Parenting is challenging. A single parent faces extra challenges in raising children. Often we hear the dire statistics of lower academic performance, social behavioral problems, and other risk factors with children from nontraditional homes. However, if you are a single parent, have a blended family, or adopted children, I want to encourage you.
Something that I had not thought about came to my attention through a video series, Parenting is Heart Work by Dr. Scott Turansky and Joanne Miller. In the Bible we see that God often used children from nontraditional homes for special work. Here are a few examples. I am sure there are more.
Samuel grew up in the temple, probably seeing his parents just one time each year. God used Samuel as a judge and a prophet. He played an important part in uniting the tribes against the Philistines. He anointed two kings of Israel—Saul and David.
As a baby, Moses was adopted by a princess and grew up in Pharaoh’s court. God used Moses to lead the Israelites out of Egypt to the Promised Land. He also received the Ten Commandments from God.
Joseph was born into a polygamist family—the 11th son of his father and the oldest of two children born to his mother. His mother died when he was young and then his older jealous brothers sold him into slavery when he was still a young boy. God used Joseph to provide for Egypt and the Israelites during a seven year famine.
Daniel was taken from his family as a young boy and grew up in the Babylonian court. God used Daniel as a prophet giving him visions and dreams for the people of his day and for us today regarding future events.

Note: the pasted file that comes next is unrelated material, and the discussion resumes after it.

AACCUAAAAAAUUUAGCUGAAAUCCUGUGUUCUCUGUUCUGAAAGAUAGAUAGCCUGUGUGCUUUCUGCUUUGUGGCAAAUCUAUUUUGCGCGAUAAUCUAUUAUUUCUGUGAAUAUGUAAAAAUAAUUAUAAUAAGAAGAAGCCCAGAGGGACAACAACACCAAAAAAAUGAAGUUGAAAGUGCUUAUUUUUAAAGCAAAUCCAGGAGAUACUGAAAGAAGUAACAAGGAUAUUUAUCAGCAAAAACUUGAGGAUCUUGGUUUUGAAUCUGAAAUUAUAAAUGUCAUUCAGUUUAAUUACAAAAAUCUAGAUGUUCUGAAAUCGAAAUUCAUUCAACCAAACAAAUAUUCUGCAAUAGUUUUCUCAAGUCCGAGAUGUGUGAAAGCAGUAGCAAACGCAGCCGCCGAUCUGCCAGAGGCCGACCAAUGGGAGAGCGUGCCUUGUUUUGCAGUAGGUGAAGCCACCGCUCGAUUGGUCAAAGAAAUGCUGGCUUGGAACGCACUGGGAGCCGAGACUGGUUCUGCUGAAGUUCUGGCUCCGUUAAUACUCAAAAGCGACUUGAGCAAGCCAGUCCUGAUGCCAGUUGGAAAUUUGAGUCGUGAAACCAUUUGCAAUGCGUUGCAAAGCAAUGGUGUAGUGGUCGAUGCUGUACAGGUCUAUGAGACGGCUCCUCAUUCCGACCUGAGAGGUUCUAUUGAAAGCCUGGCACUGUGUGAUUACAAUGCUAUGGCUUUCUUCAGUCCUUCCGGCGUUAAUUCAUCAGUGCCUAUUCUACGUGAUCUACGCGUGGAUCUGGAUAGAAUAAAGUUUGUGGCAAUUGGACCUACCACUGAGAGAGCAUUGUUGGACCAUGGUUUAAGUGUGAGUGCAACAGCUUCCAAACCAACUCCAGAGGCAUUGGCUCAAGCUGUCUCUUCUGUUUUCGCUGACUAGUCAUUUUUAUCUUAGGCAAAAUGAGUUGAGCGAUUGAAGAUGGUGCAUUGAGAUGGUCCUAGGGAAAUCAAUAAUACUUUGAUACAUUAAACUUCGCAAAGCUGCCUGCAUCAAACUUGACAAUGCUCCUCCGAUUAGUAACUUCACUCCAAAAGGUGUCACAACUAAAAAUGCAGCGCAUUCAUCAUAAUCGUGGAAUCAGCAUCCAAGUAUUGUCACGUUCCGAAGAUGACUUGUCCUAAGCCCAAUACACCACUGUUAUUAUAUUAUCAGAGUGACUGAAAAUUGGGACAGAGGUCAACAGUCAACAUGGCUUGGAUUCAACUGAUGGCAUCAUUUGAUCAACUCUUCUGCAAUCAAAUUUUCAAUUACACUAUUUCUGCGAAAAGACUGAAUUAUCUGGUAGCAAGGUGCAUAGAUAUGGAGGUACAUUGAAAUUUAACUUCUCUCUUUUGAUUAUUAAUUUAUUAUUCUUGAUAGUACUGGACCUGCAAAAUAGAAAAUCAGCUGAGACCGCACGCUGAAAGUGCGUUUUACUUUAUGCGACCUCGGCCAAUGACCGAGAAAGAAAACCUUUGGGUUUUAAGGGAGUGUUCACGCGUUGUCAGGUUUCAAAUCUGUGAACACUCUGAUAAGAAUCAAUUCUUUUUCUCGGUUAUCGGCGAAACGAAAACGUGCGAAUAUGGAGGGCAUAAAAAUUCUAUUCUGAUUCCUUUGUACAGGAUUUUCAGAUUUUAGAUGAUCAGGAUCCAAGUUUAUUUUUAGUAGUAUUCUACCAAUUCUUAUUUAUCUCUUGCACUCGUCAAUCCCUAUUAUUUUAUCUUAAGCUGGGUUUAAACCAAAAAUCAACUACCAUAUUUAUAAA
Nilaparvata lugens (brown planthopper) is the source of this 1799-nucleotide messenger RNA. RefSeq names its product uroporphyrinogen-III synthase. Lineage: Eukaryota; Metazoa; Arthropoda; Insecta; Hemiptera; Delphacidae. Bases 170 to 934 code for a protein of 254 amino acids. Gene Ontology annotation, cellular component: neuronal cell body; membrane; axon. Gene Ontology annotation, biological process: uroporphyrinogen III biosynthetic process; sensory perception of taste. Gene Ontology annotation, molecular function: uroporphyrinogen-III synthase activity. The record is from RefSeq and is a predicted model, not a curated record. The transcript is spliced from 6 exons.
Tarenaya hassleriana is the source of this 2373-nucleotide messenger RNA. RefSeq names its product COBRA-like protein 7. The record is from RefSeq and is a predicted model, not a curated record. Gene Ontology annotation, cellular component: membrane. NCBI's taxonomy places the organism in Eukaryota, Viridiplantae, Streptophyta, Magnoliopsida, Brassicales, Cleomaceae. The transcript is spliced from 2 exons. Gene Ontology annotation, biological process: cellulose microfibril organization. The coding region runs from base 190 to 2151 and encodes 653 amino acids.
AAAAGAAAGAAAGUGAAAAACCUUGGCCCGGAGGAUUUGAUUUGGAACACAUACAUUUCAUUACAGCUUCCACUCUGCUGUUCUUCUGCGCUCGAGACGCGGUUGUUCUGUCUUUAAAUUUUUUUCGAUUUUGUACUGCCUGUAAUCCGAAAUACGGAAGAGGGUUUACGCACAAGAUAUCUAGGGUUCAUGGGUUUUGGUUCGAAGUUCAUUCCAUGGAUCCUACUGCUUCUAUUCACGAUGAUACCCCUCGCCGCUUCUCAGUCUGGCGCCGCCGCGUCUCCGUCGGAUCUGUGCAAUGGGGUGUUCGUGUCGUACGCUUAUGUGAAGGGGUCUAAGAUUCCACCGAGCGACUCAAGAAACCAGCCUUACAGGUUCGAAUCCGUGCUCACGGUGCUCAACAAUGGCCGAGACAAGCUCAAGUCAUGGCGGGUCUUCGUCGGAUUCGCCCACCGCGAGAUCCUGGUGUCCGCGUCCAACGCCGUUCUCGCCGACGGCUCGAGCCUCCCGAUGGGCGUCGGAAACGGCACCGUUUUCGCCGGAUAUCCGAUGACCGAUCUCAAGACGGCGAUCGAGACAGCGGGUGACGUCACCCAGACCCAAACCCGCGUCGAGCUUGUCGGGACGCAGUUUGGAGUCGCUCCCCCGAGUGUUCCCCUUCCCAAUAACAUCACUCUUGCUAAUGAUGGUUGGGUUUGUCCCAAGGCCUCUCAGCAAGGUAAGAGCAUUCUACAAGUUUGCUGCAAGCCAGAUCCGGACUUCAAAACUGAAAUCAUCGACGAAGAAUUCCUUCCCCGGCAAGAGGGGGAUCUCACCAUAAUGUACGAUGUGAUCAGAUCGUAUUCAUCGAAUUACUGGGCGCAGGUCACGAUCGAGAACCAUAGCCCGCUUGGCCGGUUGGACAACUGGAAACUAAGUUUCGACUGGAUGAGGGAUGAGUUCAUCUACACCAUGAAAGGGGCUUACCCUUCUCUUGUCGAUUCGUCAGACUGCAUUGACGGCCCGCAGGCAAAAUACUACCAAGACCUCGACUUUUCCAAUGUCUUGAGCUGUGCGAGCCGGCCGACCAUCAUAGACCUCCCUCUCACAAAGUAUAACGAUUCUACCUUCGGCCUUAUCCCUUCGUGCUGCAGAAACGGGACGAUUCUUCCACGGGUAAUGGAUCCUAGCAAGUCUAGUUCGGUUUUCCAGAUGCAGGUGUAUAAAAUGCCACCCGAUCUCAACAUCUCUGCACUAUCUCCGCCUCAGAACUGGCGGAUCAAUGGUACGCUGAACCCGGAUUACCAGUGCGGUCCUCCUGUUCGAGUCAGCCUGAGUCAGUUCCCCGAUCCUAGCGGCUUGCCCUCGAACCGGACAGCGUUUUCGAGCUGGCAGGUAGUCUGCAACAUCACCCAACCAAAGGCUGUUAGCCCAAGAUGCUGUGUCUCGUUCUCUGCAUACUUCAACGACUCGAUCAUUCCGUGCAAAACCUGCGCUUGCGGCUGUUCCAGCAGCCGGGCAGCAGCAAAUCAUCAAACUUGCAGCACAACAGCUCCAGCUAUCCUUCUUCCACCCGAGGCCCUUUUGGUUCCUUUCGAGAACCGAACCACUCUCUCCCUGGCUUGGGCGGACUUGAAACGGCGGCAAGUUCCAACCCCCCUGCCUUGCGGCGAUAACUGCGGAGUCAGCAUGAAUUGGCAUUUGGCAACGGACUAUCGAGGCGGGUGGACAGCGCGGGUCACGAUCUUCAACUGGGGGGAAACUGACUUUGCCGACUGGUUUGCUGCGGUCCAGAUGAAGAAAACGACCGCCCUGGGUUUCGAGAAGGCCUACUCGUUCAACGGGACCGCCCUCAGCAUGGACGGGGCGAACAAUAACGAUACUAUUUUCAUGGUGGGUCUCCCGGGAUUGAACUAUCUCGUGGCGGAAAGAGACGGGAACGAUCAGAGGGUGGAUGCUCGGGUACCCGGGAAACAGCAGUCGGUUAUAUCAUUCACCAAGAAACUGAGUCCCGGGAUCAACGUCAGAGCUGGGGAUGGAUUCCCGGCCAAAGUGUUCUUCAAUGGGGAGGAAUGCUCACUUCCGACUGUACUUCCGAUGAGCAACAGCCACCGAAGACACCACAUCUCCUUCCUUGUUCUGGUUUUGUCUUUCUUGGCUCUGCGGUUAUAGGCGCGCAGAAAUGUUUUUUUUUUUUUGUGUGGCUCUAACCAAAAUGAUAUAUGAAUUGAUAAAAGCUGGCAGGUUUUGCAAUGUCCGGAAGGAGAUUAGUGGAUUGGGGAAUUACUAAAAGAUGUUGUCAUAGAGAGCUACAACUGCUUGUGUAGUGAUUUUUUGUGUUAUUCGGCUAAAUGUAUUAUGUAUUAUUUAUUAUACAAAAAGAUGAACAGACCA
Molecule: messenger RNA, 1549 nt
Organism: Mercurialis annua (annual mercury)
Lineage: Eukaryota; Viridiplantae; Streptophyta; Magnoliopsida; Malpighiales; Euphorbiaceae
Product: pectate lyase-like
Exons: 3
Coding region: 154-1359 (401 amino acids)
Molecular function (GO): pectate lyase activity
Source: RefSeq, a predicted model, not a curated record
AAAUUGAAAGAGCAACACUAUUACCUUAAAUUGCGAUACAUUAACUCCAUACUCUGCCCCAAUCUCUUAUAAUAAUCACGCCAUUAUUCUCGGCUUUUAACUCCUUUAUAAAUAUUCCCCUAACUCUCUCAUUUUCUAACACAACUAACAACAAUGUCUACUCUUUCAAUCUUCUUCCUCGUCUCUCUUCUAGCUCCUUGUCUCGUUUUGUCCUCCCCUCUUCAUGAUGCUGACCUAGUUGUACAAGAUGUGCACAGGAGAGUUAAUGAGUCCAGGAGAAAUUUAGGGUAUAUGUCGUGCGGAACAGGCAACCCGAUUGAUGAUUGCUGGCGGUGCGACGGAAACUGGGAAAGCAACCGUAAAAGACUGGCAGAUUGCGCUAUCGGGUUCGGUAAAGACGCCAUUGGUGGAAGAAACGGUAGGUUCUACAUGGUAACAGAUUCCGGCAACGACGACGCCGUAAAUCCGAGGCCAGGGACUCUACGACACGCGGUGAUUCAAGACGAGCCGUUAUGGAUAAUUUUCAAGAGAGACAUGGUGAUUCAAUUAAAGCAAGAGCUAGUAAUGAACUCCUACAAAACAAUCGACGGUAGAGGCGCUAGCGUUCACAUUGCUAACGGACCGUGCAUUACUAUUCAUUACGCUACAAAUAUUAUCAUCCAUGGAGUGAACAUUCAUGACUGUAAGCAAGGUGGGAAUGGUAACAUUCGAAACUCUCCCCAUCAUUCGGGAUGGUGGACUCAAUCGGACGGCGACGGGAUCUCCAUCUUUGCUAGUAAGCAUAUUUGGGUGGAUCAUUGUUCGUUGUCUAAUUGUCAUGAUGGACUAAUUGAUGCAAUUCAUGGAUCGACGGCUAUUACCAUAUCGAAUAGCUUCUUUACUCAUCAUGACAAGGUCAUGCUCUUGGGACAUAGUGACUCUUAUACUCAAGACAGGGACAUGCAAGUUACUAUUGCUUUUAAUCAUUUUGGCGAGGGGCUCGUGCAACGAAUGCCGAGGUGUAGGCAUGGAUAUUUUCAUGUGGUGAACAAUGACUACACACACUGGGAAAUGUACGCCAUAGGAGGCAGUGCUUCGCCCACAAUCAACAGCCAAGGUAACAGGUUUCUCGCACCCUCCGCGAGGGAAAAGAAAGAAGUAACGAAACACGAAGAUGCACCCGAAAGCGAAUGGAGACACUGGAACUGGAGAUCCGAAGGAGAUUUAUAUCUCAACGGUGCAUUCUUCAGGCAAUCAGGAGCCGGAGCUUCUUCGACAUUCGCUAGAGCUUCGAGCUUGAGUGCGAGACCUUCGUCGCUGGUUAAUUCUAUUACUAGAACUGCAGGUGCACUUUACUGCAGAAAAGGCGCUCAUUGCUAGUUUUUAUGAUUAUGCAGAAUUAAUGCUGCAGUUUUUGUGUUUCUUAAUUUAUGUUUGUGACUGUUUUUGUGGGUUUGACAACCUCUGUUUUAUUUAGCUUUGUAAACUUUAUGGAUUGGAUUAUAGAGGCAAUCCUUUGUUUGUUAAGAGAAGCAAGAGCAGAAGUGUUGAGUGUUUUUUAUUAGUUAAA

Queen Esther was an orphaned Jewish child raised in Persia by Mordecai her uncle. God used Esther to become a queen and help save the Jewish people from being wiped out of the Persian Empire.
Becoming a parent brought me great joy. As a widow, I was aware that God promised to be the boys’ father. Psalm 68:5 says, A father to the fatherless, a defender of widows, is God in his holy dwelling. I remember one time talking to God while watching my son struggling at a baseball game. I said, “God, you are his Father, don’t you want him to get a hit?”
My mother-in-law quoted James 1:5 to me on more than one occasion when I talked to her regarding parenting. The verse stayed with me. Sometimes in my impatience, I said, “God, I need wisdom here, real soon. Please help me.”
My sons lost their dad at ages 10 and 12. I worried for my boys. I was concerned about them having good male role models. I fretted that the fun person in our home had died. As a single parent, I was often inadequate. However, God is using both of my sons today. They are good dads. They are both involved in sharing Jesus with others and encouraging believers. I don’t take any credit for my sons. Just as in the examples above, it is God that develops children for his work. And yes, even children from nontraditional homes.
Now to him who is able to do immeasurably more than all we ask or imagine, according to his power that is at work within us, to him be glory in the church and in Christ Jesus throughout all generations, for ever and ever! Amen. Ephesians 3:20, 21